16. 251


    Oct 6, 2006
    Metro Boston MA
    I started when I was older than you are now. Patience & practice are required. Surely you didn't think 14 lessons with short practice would take you far. Stop whining & go to work. :cool:
  17. bluewine

    bluewine Banned

    Sep 4, 2008
    I'm 57, I started playing bass guitar when I was 9 or 10.I practice 1.5 hours a day and I still take lessons.

    Your not to old,if you have a passion for the bass that should by pass all other obstacles like age.

    BTW, it's not easy.

  18. What is "it" that you are not getting?
    Max Bogosity and Babydave like this.
  19. Phil Smith

    Phil Smith Mr Sumisu 2 U

    May 30, 2000
    Peoples Republic of Brooklyn
    Creator of: iGigBook for Android/iOS
    If you're not getting it you're not trying hard enough as you have already indicated. Think about anything that you do well and think about how you got to do it well i.e. how much time and energy you spent on it and then apply that to the study of bass and you'll get pretty much the same results. Skill on the bass just doesn't happen anybody and I mean anybody that has skills on the bass has invested time in acquiring those skills.
  20. +1

    Teachers come in many forms and teach from many formats.

    I can tell you my adult students learn, relatively quickly, can play complete songs, and are having fun with their instrument in about the same amount of time you have invested.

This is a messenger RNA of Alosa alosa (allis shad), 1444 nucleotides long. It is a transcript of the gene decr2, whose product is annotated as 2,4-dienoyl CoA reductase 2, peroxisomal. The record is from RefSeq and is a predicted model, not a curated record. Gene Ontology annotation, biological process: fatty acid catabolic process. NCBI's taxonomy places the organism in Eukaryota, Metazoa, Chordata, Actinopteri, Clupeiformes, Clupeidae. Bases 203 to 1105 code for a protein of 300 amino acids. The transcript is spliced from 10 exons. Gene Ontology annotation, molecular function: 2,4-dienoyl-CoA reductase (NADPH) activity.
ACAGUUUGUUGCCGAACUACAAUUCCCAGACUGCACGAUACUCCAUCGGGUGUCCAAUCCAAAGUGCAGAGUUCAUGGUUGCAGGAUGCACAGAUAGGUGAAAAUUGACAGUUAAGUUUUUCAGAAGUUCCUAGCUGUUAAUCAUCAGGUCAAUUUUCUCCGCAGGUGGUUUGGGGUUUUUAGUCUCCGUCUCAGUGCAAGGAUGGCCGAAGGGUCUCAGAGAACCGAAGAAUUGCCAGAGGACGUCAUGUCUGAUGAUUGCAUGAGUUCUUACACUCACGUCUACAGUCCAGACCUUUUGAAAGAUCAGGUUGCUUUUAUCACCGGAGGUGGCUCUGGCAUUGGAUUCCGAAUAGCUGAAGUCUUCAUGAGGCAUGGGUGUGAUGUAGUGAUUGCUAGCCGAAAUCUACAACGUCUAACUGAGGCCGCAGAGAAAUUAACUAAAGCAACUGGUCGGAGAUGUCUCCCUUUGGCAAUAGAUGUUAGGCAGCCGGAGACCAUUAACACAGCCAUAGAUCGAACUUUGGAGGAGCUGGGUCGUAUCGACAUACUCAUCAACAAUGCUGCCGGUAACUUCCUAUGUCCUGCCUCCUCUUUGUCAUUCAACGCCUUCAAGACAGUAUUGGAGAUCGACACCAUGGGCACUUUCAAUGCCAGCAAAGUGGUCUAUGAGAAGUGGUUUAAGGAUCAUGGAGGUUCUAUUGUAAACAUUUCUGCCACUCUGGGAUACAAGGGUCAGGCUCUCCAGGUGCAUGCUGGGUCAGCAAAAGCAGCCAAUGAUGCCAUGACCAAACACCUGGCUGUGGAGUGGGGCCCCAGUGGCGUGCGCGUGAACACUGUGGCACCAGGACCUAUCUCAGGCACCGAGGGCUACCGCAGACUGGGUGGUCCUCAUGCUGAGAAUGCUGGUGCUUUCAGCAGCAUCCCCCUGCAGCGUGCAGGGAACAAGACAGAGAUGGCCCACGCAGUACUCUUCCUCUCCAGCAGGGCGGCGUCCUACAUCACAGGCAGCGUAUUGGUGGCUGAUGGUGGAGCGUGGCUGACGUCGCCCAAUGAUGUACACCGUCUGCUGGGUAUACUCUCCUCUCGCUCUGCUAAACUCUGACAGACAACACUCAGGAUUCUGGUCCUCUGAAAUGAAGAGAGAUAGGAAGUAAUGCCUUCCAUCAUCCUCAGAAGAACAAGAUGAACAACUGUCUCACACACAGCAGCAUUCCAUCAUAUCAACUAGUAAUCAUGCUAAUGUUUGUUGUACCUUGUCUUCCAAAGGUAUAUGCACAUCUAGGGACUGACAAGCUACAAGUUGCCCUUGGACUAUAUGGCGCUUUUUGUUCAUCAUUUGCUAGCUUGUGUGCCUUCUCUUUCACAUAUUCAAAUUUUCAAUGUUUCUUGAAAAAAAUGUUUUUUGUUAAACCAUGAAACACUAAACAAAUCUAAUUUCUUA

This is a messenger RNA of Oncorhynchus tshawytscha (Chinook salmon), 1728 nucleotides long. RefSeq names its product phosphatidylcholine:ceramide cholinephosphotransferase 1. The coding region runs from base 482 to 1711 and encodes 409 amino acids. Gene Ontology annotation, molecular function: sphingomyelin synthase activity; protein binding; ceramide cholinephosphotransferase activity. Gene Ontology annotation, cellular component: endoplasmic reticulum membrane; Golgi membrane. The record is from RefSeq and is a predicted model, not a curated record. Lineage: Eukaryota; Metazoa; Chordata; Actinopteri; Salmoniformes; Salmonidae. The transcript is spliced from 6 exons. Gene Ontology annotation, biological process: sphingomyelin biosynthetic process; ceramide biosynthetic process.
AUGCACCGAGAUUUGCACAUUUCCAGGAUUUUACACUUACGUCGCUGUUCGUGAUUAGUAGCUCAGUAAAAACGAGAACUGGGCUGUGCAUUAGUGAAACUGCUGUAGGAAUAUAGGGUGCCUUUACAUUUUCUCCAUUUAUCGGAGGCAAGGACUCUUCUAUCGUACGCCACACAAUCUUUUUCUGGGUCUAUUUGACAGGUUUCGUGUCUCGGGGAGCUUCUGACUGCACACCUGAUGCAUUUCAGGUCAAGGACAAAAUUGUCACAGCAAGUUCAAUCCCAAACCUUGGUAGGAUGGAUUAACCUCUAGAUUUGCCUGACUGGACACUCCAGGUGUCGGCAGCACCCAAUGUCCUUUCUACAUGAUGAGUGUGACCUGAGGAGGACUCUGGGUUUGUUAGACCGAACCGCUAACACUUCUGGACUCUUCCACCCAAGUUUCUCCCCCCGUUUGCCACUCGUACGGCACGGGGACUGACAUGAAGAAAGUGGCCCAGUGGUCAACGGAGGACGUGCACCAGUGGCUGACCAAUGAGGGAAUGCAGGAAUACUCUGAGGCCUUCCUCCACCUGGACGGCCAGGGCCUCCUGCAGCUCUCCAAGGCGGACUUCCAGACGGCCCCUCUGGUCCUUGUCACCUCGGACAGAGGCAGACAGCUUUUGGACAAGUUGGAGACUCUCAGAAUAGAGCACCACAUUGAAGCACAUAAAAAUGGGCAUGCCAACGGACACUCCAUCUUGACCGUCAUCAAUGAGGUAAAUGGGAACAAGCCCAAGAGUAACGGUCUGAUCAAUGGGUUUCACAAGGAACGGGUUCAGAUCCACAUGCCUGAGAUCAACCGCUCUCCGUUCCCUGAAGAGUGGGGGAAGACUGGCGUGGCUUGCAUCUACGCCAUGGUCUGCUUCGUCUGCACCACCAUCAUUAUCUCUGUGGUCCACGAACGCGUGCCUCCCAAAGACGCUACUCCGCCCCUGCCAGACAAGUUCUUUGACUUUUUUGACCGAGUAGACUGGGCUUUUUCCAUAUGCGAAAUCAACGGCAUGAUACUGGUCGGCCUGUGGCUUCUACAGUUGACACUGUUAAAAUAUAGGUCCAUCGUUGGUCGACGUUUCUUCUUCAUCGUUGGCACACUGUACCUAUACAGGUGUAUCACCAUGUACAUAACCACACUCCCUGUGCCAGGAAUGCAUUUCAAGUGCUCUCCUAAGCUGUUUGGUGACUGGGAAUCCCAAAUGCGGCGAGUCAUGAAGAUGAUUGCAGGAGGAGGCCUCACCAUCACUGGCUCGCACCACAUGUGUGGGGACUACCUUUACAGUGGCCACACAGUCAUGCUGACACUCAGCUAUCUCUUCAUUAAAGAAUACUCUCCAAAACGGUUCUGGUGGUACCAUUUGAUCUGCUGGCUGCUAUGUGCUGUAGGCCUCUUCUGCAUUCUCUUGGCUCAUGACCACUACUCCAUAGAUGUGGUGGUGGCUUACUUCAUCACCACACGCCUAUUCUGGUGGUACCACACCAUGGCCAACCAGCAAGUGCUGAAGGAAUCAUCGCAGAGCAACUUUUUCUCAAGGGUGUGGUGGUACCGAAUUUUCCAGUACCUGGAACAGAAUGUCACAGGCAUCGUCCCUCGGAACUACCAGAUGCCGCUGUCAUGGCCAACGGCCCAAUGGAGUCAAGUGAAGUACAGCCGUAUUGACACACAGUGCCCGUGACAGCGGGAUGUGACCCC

Does your teacher only pound reading standard notation, theory, and scales down your throat? Is it mainly academic? Does he teach you any intuitive skills, how to use your ear, universal patterns that most bass players fall back on, and (gasp!) TAB to learn any of your favorite songs?

    I use a combination of all the above. And I let my adult students help me decide what is important and where to put emphasis so they get the most satisfaction from their instrument. (I retain students close to three years on average using diversity and variation in my teaching approach).

    I have a couple of adult students, one in his 50s, who never played an instrument before, and they are good enough to gig out.

    Do tell us, what is "it" that your teacher is trying to impart to you that you aren't getting?
    delta7fred likes this.